In this scenario, it would make sense to send Quirinius back as Legatus
      since he presided under the previous registration. Quirinius was no minor
      functionary. He was a Roman senator of the Equestrian order and had been
      consul since 12 BCE. He had won an insignia of triumph for the Homanadensian
      war and had accompanied Caesar to Armenia in 3 CE. He died in 21 CE.(3)
      Service in Palestine was not considered "prime duty" by Roman functionaries
      but the governorship of Syria was one of the most important positions in the
      Empire. The post was always given to the most respected and capable of
      Imperial functionaries chosen from the elite of Roman aristocracy. The
      Syrian Legatus was the commander-in chief of the entire Roman East and
      responsible for the Parthian border. I believe this Roman soldier, senator
      and administrator, who had already served Caesar well, returned to Syria as
      a personal favor for his emperor/friend.


      [1] Emil Shurer, A History of the Jewish People in the Time of Jesus Christ.
      1896., Revised and edited by Geza Vermes, 1979
      [2] Tertullian, Against Marcion, iv, 19

      Jack Kilmon
      San Antonio, TX
    • David C. Hindley
      ...
      Message 2 of 3 , Sep 6, 2006
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        --- In crosstalk2@yahoogroups.com, "Jack Kilmon" <jkilmon@...> wrote:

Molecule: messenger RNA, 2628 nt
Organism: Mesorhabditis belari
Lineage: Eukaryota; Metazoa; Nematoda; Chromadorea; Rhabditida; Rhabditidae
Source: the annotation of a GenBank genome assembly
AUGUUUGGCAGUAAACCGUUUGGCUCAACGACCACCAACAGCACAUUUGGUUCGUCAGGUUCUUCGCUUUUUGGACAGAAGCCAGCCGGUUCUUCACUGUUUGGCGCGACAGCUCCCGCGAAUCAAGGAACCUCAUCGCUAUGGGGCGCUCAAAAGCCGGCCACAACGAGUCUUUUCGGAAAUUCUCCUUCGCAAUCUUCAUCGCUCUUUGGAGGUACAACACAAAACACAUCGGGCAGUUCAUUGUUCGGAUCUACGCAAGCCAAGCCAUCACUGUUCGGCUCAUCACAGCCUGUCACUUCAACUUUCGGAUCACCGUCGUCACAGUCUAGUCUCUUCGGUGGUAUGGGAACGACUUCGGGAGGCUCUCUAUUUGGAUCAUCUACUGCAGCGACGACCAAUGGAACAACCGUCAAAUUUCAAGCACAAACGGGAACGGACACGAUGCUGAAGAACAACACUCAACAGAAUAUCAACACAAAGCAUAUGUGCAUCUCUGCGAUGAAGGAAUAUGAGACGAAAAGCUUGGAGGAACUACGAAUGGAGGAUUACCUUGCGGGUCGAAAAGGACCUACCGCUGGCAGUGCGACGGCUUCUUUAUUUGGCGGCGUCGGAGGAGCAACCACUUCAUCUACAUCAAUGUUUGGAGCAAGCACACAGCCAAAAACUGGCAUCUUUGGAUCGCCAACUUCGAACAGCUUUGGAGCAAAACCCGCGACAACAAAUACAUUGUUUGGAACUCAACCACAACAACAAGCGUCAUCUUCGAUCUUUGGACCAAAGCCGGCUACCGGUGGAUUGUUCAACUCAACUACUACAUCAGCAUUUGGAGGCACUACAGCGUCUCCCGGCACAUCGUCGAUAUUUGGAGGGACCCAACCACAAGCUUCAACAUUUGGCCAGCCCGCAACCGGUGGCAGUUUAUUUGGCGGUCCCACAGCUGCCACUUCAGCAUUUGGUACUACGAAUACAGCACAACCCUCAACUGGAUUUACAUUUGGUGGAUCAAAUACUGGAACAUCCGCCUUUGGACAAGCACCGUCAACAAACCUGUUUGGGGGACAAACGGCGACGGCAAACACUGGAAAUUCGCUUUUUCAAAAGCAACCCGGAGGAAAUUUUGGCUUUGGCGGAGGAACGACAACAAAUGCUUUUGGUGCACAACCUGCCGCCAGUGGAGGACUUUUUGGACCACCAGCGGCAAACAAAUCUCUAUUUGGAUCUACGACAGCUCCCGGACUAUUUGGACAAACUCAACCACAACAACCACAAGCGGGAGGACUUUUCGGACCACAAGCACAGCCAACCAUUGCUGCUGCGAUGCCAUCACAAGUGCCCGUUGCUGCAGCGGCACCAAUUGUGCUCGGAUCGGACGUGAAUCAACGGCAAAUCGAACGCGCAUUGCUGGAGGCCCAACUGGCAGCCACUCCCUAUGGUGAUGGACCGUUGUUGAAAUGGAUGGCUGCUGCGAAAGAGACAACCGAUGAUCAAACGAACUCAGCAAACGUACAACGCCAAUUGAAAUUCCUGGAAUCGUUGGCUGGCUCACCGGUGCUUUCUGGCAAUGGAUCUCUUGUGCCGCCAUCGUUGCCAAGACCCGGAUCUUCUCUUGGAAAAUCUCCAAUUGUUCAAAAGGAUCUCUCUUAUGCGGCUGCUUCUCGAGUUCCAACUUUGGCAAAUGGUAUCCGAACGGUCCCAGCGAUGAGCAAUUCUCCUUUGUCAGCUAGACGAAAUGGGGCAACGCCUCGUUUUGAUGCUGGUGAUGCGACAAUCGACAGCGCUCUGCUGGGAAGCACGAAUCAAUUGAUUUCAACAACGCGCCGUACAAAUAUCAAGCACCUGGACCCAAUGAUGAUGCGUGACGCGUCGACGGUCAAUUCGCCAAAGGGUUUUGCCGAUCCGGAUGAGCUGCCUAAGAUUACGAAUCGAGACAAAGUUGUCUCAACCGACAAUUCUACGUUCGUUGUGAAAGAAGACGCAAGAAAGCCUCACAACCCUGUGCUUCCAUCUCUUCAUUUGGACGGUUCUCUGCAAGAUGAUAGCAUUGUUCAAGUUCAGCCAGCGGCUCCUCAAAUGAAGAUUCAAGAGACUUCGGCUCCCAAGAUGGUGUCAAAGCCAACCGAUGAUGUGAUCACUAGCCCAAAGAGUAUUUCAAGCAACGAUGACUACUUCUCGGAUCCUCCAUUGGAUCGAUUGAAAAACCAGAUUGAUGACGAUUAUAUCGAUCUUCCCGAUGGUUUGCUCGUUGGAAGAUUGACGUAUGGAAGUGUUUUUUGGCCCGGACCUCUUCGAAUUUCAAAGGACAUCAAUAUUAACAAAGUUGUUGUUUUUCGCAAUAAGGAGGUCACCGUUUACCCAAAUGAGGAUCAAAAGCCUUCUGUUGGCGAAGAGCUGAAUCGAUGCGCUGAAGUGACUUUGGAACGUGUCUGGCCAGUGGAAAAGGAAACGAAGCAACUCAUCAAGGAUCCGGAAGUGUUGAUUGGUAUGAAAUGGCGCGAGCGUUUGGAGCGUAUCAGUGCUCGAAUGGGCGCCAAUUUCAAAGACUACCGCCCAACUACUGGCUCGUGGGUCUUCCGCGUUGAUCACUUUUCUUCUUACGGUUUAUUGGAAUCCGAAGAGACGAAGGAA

<<In 1912, however, the discovery by W. M. Ramsey of a fragmentary
        inscription at Antioch of Pisidia arguably established Quirinius was
        in Syria on a previous occasion. (1) His role was more military to
        lead a campaign against the Homanadenses, a tribe in the Taurus
        Mountains. This is confirmed by Tacitus. This means that Quirinius
        would have established a seat of government in Syria, including
        Palestine, from the years 10 to 7 BCE. In this position he would have
        been responsible for the census mentioned by Luke. This census of 7
        BCE would therefore have been the "first" census taken when Cyrenius
        was governor (Luke 2:2) and the historically documented census of 6/7
        CE was really the second. There is further evidence of this first
        census of 7 BCE in the writings of Tertullian who records the
        census "taken in Judea by Sentius Saturninus." (2) C. Sentius